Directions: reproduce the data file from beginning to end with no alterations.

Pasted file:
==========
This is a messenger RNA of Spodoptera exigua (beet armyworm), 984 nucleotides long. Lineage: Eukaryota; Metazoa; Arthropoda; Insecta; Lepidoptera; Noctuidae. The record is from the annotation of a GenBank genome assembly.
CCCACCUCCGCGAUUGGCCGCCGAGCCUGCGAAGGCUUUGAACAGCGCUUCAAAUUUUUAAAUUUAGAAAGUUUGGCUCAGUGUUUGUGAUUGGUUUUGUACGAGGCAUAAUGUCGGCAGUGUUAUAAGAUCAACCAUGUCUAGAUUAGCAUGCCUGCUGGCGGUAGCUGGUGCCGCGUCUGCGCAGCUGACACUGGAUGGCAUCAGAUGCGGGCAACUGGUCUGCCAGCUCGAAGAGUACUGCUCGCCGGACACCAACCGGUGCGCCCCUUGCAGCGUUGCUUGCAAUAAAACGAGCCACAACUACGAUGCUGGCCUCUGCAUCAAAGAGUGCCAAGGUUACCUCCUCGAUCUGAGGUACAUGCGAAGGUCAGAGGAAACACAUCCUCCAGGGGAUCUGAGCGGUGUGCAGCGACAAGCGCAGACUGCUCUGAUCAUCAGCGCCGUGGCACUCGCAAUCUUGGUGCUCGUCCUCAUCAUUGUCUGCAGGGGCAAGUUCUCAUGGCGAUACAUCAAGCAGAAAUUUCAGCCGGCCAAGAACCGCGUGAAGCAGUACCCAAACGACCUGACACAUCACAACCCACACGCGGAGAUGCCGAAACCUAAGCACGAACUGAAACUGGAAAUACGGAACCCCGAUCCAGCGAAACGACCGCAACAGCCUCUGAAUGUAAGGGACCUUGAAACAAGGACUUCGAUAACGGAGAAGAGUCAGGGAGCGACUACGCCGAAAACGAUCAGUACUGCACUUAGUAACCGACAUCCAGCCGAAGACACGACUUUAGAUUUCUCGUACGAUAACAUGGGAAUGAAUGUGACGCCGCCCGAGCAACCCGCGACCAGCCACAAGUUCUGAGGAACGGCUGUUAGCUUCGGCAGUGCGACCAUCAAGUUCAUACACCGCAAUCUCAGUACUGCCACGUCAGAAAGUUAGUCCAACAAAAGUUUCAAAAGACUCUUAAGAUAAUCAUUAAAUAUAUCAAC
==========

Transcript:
This is a messenger RNA of Spodoptera exigua (beet armyworm), 984 nucleotides long. Lineage: Eukaryota; Metazoa; Arthropoda; Insecta; Lepidoptera; Noctuidae. The record is from the annotation of a GenBank genome assembly.
CCCACCUCCGCGAUUGGCCGCCGAGCCUGCGAAGGCUUUGAACAGCGCUUCAAAUUUUUAAAUUUAGAAAGUUUGGCUCAGUGUUUGUGAUUGGUUUUGUACGAGGCAUAAUGUCGGCAGUGUUAUAAGAUCAACCAUGUCUAGAUUAGCAUGCCUGCUGGCGGUAGCUGGUGCCGCGUCUGCGCAGCUGACACUGGAUGGCAUCAGAUGCGGGCAACUGGUCUGCCAGCUCGAAGAGUACUGCUCGCCGGACACCAACCGGUGCGCCCCUUGCAGCGUUGCUUGCAAUAAAACGAGCCACAACUACGAUGCUGGCCUCUGCAUCAAAGAGUGCCAAGGUUACCUCCUCGAUCUGAGGUACAUGCGAAGGUCAGAGGAAACACAUCCUCCAGGGGAUCUGAGCGGUGUGCAGCGACAAGCGCAGACUGCUCUGAUCAUCAGCGCCGUGGCACUCGCAAUCUUGGUGCUCGUCCUCAUCAUUGUCUGCAGGGGCAAGUUCUCAUGGCGAUACAUCAAGCAGAAAUUUCAGCCGGCCAAGAACCGCGUGAAGCAGUACCCAAACGACCUGACACAUCACAACCCACACGCGGAGAUGCCGAAACCUAAGCACGAACUGAAACUGGAAAUACGGAACCCCGAUCCAGCGAAACGACCGCAACAGCCUCUGAAUGUAAGGGACCUUGAAACAAGGACUUCGAUAACGGAGAAGAGUCAGGGAGCGACUACGCCGAAAACGAUCAGUACUGCACUUAGUAACCGACAUCCAGCCGAAGACACGACUUUAGAUUUCUCGUACGAUAACAUGGGAAUGAAUGUGACGCCGCCCGAGCAACCCGCGACCAGCCACAAGUUCUGAGGAACGGCUGUUAGCUUCGGCAGUGCGACCAUCAAGUUCAUACACCGCAAUCUCAGUACUGCCACGUCAGAAAGUUAGUCCAACAAAAGUUUCAAAAGACUCUUAAGAUAAUCAUUAAAUAUAUCAAC